Module 8 – How to Trade a “Mouse Ear”

In Module 8 of the Iron Condor course, we will be looking at one of my favorite variations on the iron condor – a “Mouse Ear”

As iron condors are inherently short Vega, low volatility environments can be especially risky for iron condor traders.

A quick spike in volatility can put your condor under pressure very early in the trade and make it difficult to adjust and end with a profit.

In addition to a volatility spike, a sustained rally, with very few pullbacks can also cause problems, slowly eating away at your iron condor, until you are forced to take a loss or look for an unattractive adjustment opportunity.

The problem with adjusting the call side in this environment is that with volatility so low, the typical methods of rolling up and / or out are unattractive at best and precarious at worst. With volatility so low, you simply cannot generate enough premium to make the roll worthwhile.

So, what are we to do?

You could stop trading and wait for high volatility to return, but who among us is able to sit idle for 3-4 months?

You could try new strategies, but that is also fraught with danger if you do not have the necessary experience and expertise.

What if there was a better way to trade iron condors in low volatility environments?

Well, there is, and despite the funny name, they are a great way to trade condors during low volatility periods.

Let’s take a look at a “Mouse Ear” iron condor.


I like to think of a mouse ear iron condor as a lower risk, lower return version of a condor. BUT, it also has the added benefit of a significant “profit tent” around the short strike.

No longer do you have to fear a stock moving towards your short strike.

With a mouse ear, if it doesn’t occur too early in the trade, you welcome it!

Mouse ears may look complicated, but they are actually very easy to set up, albeit a little commission intensive.

This type of trade will also significantly reduce your Vega exposure which is exactly what you want when the VIX is near a 6 year low.

Trade Setup:

Here is how the trade is setup:

Strategy: Apple Iron Condor – AAPL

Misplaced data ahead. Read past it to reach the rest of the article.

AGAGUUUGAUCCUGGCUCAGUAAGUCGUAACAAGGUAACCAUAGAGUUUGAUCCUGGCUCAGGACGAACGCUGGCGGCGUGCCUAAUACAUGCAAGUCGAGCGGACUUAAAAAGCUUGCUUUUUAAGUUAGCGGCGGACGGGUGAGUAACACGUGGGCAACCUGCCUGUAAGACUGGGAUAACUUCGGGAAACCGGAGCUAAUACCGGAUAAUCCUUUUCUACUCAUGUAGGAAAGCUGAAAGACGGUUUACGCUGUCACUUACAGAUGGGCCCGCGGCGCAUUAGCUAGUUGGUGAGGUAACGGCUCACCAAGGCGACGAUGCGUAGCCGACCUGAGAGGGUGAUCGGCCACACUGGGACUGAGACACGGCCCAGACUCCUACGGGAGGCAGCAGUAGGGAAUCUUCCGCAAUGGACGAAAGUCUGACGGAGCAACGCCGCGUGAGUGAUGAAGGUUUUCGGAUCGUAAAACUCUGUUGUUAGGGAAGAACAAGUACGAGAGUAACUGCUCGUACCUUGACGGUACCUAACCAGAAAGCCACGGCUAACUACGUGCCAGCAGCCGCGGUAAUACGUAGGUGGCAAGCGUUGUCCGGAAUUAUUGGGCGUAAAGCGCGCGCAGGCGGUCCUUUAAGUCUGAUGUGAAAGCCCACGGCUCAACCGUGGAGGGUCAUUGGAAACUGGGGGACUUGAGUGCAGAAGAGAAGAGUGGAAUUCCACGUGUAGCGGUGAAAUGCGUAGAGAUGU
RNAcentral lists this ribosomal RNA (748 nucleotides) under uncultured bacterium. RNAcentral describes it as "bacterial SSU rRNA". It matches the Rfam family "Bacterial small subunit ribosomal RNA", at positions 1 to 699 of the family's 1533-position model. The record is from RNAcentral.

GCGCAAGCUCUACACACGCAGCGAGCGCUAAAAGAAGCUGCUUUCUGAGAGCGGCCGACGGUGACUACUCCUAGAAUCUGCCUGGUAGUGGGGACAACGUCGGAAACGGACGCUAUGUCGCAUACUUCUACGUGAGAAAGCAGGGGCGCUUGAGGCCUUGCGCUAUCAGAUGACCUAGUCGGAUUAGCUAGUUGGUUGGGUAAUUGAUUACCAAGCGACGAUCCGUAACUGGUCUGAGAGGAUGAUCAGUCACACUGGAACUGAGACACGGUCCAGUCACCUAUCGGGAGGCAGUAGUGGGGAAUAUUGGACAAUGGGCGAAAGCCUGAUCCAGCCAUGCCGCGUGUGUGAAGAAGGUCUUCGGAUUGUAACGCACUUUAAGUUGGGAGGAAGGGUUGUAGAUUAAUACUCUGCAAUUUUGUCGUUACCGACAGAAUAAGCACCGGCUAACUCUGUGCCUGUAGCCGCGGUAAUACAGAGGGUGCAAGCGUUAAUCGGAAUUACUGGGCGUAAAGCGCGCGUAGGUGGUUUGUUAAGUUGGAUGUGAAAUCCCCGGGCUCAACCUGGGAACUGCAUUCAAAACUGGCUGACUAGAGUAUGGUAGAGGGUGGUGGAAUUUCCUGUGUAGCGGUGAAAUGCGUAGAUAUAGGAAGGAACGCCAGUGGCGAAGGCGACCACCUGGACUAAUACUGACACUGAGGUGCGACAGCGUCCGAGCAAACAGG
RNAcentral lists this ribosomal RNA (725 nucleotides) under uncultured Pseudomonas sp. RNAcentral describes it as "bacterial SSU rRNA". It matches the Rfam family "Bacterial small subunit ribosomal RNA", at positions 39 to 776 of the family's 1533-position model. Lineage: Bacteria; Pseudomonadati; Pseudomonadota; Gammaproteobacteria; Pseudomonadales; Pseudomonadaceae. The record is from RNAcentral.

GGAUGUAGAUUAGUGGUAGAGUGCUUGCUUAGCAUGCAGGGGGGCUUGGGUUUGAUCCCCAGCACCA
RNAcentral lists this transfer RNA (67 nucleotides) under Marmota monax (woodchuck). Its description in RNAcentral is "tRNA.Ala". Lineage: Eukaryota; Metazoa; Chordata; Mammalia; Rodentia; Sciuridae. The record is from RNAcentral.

Current Price: $120

Trade Set Up:

Sell 10 AAPL 130 calls, Buy 10 APPL 135 calls
Sell 10 AAPL 110 Puts, Buy 10 AAPL 105 puts


$2,090 Net Credit for the iron condor.

Total Capital at Risk: $2,910

Potential Return: 41.8%

mouse ear iron condor

Now add the ears:

Buy 3 APPL 125 CALLS, Sell 3 AAPL 130 calls.

Buy 3 APPL 115 Puts, Sell 3 AAPL 110 Puts.

Premium: -$1,020 Net Debit for the ears.

$1,070 total premium received.

Total Capital at Risk: $2430

Potential Return: As high as $2,567. Most likely around $1,070 (original premium received).

mouse ear iron condor 2

You can see above that by adding a debit spread just in front of the short strikes gives the payoff graph the appearance of having “ears”.

I have used a ratio of 3 debit spreads for every 10 iron condors, but you can play around with the numbers and see what works for you.

You might prefer to only trade 2 debit spreads, or even just 1.

Even though this strategy has a potential for a higher return if the underlying expires in the profit zone, you should be aware that it will be fairly unlikely as the profit zone is quite small. It might happen a couple of times per year, but certainly not every month.

Keep in mind also that you are trading 6 different strikes instead of 4, so slippage and commissions could eat into the return.

The main benefit of a mouse ear condor is that you will lessen the damage in the event of a sharp market move.

You can see this via the different greeks.

How is a Mouse Ear affected by Changes in Implied Volatility?

Above I said that a mouse ear can provide a useful alternative to an Iron Condor in times of low volatility.

This is because the Mouse Ear Condor has less Vega than the Iron Condor.

To simulate this I have used the same trades above but increased the implied volatility by 10 points.

Below we can see the standard Iron Condor with the instantaneous P&L line in purple.

We can see that with this vega change we have instantaneously lost $580.13.

iron condor

Now let’s look at our Mouse Ear Condor.

mouse ear iron condor 3

We can see that the Mouse Ear Condor also loses from the rise in implied volatility but loses slightly less.

Down $531.10.

Even better as the trade nears expiration the effect of a move in implied volatility will effect the Mouse Ear Condor less and less.

All while doing so we have a small opportunity for an outsized profit if stock closes at one of the “ears” at expiration.

So give it a try! But remember to paper trade it first! In Module 9, we will be looking at how to deal with early assignment

In Module 9, we’ll be looking at how to deal with early assignment.